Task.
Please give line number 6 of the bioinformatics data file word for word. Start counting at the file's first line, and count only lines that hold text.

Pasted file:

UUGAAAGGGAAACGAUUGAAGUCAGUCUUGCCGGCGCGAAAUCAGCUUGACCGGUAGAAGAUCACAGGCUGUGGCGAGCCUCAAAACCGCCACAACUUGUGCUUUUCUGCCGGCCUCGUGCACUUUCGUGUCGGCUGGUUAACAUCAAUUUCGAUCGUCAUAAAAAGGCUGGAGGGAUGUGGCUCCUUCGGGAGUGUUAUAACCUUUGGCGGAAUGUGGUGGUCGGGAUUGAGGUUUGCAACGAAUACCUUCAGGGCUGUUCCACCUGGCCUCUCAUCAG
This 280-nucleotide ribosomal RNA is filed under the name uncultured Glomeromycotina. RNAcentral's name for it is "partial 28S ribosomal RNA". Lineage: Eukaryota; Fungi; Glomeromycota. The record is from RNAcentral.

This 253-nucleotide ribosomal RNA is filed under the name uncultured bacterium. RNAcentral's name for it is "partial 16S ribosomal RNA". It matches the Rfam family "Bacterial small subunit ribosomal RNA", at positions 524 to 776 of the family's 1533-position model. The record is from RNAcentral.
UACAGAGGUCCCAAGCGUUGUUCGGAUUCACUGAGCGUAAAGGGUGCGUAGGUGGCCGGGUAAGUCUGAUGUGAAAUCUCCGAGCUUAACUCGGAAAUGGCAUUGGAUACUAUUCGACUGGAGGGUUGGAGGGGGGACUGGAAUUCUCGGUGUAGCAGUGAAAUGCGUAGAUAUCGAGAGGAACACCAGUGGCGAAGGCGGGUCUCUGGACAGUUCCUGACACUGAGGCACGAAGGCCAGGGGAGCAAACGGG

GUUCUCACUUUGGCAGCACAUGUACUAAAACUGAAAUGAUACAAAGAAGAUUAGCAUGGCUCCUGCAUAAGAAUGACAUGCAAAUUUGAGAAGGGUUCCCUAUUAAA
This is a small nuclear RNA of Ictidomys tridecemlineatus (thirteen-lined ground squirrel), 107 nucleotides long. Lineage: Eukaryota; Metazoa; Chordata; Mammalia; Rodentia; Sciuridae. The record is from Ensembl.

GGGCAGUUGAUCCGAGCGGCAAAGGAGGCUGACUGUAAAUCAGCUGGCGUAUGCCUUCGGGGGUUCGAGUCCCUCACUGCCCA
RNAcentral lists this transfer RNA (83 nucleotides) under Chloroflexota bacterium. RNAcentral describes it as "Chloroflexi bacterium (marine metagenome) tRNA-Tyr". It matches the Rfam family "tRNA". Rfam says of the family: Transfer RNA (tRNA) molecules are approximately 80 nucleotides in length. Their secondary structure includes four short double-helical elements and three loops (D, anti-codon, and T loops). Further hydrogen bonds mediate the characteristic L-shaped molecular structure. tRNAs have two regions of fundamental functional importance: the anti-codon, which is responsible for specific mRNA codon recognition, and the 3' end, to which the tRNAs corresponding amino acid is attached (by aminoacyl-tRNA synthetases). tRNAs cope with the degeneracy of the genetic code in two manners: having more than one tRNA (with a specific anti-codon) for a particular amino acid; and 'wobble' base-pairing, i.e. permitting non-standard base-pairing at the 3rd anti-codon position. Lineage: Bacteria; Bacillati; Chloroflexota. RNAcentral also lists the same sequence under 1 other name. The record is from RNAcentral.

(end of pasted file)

This is a small nuclear RNA of Ictidomys tridecemlineatus (thirteen-lined ground squirrel), 107 nucleotides long. Lineage: Eukaryota; Metazoa; Chordata; Mammalia; Rodentia; Sciuridae. The record is from Ensembl.